My night ended 9 hours later at 8am after doing much of the stuff I have never done since, well until we visited the prison a few hours later anyway. Outside the bar we had no idea where to go and just headed for what seemed like the centre of the city, with paranoia the whole way that people knew where we had been and what we had been doing. I was especially nervous every time we passed the police as I did not have any sunglasses to disguise the state of my eyes.
We got back to the hostel safely and after 2 hours in bed I realised that with a heartbeat like I had there was no way I was getting any sleep so I went downstairs to check my emails. I had discussed the night before with two Aussie girls about trying to get into San Pedro Prison, the prison featured in the famous book Marching Powder, for a visit. I had received an email from one of the girls and she said that the prison tour was a GO and that I needed to go and by some cigarettes and toothpaste as gifts and to be at the gates at 1pm.
I met the girls there and was a little nervous as to what would happen next. The visit is highly illegal and only happens because greedy prison guards smuggle you in for a share of the money you pay to one of the prisoners. The ‘friend’ that we were going to visit this day was a really nice South African guy who, down on his luck, had started to be a mule for drug lords in his country and eventually got caught in Bolivia. He was locked up for 3 years, and had served 2 by the time we arrived.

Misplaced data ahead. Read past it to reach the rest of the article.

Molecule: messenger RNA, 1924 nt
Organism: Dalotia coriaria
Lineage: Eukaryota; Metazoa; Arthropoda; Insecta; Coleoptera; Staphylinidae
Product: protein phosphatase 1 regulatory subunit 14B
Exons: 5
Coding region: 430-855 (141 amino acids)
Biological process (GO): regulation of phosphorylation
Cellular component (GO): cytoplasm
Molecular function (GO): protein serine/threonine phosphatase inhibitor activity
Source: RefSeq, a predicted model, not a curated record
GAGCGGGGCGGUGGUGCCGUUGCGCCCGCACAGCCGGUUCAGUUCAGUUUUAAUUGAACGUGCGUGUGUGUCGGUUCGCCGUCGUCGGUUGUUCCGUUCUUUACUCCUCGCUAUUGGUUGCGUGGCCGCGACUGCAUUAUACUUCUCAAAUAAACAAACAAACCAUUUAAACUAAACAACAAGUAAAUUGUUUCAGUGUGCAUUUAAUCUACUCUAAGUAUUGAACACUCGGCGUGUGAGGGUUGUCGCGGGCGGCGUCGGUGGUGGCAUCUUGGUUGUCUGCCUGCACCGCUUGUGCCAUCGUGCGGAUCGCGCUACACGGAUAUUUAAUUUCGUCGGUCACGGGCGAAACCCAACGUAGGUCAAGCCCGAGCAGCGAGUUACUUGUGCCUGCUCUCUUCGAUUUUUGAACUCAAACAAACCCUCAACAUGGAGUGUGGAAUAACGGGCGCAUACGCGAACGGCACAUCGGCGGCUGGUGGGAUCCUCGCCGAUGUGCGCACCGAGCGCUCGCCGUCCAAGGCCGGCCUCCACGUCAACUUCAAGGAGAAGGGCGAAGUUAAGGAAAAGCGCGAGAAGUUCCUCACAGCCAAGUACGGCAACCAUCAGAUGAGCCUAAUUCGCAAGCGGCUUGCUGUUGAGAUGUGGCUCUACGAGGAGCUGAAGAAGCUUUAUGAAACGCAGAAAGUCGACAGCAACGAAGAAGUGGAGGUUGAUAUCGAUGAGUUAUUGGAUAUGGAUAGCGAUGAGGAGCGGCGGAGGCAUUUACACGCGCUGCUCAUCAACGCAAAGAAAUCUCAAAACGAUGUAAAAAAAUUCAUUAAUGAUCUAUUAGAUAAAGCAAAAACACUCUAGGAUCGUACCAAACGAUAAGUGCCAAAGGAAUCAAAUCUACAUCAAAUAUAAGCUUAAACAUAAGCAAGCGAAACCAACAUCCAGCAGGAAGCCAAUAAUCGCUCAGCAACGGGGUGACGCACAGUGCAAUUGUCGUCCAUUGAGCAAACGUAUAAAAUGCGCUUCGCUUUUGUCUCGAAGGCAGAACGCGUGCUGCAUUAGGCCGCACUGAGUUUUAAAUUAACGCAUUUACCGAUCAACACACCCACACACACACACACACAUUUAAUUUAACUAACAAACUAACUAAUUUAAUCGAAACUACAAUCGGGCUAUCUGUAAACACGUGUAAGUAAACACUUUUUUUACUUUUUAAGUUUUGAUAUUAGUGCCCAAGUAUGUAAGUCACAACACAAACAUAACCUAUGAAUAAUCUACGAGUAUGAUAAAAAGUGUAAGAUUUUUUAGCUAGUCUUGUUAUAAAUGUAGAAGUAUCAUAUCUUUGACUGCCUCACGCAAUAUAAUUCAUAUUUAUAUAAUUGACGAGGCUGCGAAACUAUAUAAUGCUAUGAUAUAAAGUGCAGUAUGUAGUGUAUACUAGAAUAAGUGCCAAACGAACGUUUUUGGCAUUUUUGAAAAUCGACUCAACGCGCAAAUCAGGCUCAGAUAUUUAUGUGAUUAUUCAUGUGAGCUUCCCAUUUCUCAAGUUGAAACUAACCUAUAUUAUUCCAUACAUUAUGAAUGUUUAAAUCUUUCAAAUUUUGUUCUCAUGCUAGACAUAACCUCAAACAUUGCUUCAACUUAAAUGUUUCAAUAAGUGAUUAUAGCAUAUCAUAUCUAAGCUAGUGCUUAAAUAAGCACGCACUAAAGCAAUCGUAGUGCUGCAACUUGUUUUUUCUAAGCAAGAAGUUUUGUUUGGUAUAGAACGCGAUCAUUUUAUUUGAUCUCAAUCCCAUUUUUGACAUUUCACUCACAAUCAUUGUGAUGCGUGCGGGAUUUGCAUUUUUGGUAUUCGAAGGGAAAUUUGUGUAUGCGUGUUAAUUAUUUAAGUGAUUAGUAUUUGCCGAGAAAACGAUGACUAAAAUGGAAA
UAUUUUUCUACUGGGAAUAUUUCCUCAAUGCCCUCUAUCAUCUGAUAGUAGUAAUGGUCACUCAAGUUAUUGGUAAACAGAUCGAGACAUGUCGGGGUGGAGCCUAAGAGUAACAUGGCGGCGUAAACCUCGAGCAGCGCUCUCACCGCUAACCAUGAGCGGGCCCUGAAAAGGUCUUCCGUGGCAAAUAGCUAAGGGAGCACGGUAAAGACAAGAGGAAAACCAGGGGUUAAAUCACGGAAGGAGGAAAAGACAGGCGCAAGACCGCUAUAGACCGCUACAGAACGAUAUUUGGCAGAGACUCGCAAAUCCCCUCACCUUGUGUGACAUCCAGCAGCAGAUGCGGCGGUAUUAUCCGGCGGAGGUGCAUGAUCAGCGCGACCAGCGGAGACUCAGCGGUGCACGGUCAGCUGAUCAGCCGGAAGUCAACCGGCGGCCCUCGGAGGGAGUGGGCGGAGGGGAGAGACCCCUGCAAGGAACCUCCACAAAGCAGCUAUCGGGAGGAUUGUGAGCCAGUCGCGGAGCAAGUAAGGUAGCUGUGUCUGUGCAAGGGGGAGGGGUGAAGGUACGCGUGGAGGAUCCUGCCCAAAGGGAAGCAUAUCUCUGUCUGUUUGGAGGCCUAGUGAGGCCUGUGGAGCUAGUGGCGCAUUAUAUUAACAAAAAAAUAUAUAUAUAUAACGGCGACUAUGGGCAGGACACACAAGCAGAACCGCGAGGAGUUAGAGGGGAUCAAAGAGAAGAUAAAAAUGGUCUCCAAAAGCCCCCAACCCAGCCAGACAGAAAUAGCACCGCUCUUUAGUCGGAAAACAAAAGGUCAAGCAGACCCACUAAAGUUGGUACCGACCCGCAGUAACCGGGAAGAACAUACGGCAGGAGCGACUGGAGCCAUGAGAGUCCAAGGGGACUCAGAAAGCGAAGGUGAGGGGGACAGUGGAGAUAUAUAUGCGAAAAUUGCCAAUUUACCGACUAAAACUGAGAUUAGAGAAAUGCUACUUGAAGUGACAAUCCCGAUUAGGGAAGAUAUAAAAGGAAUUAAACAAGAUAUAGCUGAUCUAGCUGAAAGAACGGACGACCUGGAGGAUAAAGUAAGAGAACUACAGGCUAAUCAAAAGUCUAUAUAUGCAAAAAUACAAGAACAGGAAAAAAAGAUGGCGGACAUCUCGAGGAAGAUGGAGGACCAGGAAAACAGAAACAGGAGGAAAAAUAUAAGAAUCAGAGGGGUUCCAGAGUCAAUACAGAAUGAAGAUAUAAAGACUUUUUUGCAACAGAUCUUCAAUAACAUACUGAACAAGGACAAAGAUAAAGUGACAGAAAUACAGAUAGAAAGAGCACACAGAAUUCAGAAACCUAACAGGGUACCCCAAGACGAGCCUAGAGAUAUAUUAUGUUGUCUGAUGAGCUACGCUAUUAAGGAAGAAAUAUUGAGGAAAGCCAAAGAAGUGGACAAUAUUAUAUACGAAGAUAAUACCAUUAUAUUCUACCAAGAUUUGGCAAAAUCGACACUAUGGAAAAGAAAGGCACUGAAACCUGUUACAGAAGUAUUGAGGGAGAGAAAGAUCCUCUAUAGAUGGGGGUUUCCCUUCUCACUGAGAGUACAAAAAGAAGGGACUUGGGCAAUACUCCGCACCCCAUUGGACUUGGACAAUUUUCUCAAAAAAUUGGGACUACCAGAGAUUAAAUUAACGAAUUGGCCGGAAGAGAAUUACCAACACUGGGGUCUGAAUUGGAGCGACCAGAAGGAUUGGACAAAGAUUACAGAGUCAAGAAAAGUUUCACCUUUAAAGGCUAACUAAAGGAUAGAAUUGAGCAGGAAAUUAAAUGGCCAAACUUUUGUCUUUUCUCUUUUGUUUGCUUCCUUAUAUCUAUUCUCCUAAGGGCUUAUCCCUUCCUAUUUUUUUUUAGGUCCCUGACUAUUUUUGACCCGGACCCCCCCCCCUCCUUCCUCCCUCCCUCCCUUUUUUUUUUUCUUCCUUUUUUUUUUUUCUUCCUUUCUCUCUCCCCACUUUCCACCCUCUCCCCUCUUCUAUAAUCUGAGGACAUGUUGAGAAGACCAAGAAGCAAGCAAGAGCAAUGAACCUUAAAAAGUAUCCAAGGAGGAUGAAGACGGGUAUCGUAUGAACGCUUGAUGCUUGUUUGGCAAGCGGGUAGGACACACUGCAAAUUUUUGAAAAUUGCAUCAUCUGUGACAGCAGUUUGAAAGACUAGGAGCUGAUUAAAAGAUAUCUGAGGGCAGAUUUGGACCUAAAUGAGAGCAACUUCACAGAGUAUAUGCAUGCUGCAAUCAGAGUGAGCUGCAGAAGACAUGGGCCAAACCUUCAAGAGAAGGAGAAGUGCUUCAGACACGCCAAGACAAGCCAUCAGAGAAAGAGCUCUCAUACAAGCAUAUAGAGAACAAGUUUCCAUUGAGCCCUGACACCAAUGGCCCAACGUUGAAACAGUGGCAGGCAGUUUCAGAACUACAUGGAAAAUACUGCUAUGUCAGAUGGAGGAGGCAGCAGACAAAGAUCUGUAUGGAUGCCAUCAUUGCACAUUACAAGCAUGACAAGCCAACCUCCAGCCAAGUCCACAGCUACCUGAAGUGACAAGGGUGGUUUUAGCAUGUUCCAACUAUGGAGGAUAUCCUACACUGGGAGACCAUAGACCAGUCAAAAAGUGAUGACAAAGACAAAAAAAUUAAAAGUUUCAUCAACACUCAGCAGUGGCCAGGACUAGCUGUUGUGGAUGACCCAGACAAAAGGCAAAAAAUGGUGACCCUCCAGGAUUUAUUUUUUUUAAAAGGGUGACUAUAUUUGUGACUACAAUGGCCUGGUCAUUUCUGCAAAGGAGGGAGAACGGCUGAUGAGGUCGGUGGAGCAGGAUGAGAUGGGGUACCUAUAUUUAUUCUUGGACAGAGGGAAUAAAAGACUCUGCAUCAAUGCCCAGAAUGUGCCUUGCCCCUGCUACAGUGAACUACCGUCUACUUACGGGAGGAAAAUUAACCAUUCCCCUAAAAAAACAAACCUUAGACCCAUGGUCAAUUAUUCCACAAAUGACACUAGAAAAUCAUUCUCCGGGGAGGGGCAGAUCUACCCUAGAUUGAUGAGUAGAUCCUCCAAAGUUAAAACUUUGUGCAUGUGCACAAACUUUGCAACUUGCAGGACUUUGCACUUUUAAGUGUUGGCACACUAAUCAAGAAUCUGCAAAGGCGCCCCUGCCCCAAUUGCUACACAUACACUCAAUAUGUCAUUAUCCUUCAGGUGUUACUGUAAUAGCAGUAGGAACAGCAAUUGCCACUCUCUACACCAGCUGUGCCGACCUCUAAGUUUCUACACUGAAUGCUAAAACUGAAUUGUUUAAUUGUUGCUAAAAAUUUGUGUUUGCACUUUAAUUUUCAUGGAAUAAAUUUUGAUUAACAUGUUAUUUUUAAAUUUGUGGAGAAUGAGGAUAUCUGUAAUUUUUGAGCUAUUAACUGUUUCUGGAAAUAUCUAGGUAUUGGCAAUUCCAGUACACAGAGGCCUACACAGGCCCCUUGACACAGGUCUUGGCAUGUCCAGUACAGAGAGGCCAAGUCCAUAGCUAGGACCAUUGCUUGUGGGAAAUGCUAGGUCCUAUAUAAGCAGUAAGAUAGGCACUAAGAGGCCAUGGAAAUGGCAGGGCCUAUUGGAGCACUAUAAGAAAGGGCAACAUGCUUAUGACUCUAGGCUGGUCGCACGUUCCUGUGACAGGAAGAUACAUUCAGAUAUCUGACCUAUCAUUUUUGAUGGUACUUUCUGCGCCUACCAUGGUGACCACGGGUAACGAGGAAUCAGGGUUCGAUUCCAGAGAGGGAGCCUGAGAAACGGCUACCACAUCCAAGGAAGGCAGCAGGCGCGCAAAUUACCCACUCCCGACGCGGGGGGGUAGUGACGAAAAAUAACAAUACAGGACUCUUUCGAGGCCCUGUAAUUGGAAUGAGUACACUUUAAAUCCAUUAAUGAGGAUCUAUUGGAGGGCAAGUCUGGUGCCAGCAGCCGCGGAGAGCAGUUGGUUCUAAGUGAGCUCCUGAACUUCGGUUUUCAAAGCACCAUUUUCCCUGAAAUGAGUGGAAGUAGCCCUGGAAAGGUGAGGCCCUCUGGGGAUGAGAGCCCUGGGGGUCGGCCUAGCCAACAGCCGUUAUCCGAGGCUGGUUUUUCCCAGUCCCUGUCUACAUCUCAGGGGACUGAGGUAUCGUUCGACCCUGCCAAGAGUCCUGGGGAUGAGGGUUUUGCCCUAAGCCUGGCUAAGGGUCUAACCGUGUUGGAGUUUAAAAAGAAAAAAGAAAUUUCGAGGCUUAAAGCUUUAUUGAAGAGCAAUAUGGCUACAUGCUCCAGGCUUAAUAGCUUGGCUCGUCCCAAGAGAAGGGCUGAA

We were told that we had to wait another 45mins for the first group to leave so we headed for a coffee and waited. On return to the prison everything was very easy and very efficient, all we had to do was show our passports and receive a smiley face stamp on our wrists that differentiated us from the inmates. That was all it took and then the gates were opened and we met our ‘friend’ Adam, who also closed the gate as we left because the guards had walked off and forgotten to do it.
We were now inside the prison and amongst the inmates with no protection apart from Adam who would make sure we were not harmed. Money goes a long way in there and the $20 we each paid was split amongst the guards and the inmates that we met along the way. It was this payment that stopped us being in danger as no-one would mess with the guys bringing in so much cash for them every day, well that is what we hoped anyway. Should something have gone wrong I hate to think what would have happened as officially we were never there.